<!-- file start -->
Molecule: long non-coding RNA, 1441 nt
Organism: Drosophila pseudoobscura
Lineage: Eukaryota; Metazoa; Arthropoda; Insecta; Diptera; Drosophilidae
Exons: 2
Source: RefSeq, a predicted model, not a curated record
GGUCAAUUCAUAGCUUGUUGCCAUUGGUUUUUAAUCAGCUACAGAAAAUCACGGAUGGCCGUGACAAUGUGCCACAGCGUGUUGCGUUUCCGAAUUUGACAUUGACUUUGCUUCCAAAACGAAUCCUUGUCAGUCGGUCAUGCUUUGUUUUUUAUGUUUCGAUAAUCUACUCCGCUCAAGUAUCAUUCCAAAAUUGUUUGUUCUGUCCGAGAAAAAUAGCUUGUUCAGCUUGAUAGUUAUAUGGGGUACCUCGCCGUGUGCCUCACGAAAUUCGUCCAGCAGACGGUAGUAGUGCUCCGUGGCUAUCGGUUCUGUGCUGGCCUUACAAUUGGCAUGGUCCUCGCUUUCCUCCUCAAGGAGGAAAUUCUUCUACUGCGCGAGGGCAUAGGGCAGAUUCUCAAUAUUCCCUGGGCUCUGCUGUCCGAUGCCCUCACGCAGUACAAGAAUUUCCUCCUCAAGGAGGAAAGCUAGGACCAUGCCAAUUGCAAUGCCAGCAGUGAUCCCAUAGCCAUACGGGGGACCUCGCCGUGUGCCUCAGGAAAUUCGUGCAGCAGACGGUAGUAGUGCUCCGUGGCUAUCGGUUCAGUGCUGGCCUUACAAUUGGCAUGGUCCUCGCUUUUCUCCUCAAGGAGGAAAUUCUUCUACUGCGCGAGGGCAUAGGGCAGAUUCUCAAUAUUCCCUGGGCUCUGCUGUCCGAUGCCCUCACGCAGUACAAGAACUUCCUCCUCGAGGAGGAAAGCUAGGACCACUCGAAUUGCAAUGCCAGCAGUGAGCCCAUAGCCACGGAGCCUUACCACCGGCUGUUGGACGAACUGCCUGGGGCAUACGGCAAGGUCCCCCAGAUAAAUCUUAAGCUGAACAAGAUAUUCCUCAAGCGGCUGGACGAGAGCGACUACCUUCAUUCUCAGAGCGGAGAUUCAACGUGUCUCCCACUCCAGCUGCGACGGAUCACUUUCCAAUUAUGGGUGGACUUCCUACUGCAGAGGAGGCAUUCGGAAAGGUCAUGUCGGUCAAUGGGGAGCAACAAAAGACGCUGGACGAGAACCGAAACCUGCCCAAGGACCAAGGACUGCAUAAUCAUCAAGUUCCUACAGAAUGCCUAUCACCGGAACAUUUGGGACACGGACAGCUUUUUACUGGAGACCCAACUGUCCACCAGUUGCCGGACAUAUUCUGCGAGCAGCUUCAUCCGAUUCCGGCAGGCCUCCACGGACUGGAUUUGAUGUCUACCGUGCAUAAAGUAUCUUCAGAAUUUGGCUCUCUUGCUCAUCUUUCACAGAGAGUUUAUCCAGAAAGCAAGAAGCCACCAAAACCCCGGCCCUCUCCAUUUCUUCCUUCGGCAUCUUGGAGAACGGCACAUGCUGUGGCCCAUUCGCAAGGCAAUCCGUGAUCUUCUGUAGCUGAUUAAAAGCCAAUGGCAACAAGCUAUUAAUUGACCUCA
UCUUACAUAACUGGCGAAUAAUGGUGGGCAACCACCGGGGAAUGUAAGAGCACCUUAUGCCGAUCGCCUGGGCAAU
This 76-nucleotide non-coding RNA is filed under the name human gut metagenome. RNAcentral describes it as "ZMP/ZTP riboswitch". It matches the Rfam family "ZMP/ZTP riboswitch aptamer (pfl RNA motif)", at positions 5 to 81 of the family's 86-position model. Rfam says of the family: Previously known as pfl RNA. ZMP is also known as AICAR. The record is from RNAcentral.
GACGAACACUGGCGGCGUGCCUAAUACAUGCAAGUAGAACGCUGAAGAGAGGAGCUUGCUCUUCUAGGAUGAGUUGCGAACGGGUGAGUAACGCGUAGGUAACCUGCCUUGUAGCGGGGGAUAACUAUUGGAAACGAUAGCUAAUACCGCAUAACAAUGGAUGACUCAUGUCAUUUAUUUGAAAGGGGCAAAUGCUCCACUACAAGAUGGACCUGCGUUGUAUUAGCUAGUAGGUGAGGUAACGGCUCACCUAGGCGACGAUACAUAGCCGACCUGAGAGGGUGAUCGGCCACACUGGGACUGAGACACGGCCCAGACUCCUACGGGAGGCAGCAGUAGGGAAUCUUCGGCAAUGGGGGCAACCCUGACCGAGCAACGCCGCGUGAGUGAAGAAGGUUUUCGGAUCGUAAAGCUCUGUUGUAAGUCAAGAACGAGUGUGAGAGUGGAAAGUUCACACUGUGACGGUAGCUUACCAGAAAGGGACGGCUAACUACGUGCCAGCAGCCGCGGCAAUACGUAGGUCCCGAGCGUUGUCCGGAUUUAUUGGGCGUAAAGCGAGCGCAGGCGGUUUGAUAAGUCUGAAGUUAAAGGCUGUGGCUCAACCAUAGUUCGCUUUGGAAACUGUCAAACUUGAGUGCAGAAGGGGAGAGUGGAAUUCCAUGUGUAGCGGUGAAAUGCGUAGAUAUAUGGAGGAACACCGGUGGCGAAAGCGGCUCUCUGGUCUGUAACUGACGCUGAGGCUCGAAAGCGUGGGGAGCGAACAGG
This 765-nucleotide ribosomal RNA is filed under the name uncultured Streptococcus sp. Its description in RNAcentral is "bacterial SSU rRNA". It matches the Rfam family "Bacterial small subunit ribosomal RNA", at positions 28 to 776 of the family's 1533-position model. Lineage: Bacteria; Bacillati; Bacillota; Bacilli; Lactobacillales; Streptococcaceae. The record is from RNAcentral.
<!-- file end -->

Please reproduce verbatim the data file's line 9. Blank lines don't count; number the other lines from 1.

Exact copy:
GACGAACACUGGCGGCGUGCCUAAUACAUGCAAGUAGAACGCUGAAGAGAGGAGCUUGCUCUUCUAGGAUGAGUUGCGAACGGGUGAGUAACGCGUAGGUAACCUGCCUUGUAGCGGGGGAUAACUAUUGGAAACGAUAGCUAAUACCGCAUAACAAUGGAUGACUCAUGUCAUUUAUUUGAAAGGGGCAAAUGCUCCACUACAAGAUGGACCUGCGUUGUAUUAGCUAGUAGGUGAGGUAACGGCUCACCUAGGCGACGAUACAUAGCCGACCUGAGAGGGUGAUCGGCCACACUGGGACUGAGACACGGCCCAGACUCCUACGGGAGGCAGCAGUAGGGAAUCUUCGGCAAUGGGGGCAACCCUGACCGAGCAACGCCGCGUGAGUGAAGAAGGUUUUCGGAUCGUAAAGCUCUGUUGUAAGUCAAGAACGAGUGUGAGAGUGGAAAGUUCACACUGUGACGGUAGCUUACCAGAAAGGGACGGCUAACUACGUGCCAGCAGCCGCGGCAAUACGUAGGUCCCGAGCGUUGUCCGGAUUUAUUGGGCGUAAAGCGAGCGCAGGCGGUUUGAUAAGUCUGAAGUUAAAGGCUGUGGCUCAACCAUAGUUCGCUUUGGAAACUGUCAAACUUGAGUGCAGAAGGGGAGAGUGGAAUUCCAUGUGUAGCGGUGAAAUGCGUAGAUAUAUGGAGGAACACCGGUGGCGAAAGCGGCUCUCUGGUCUGUAACUGACGCUGAGGCUCGAAAGCGUGGGGAGCGAACAGG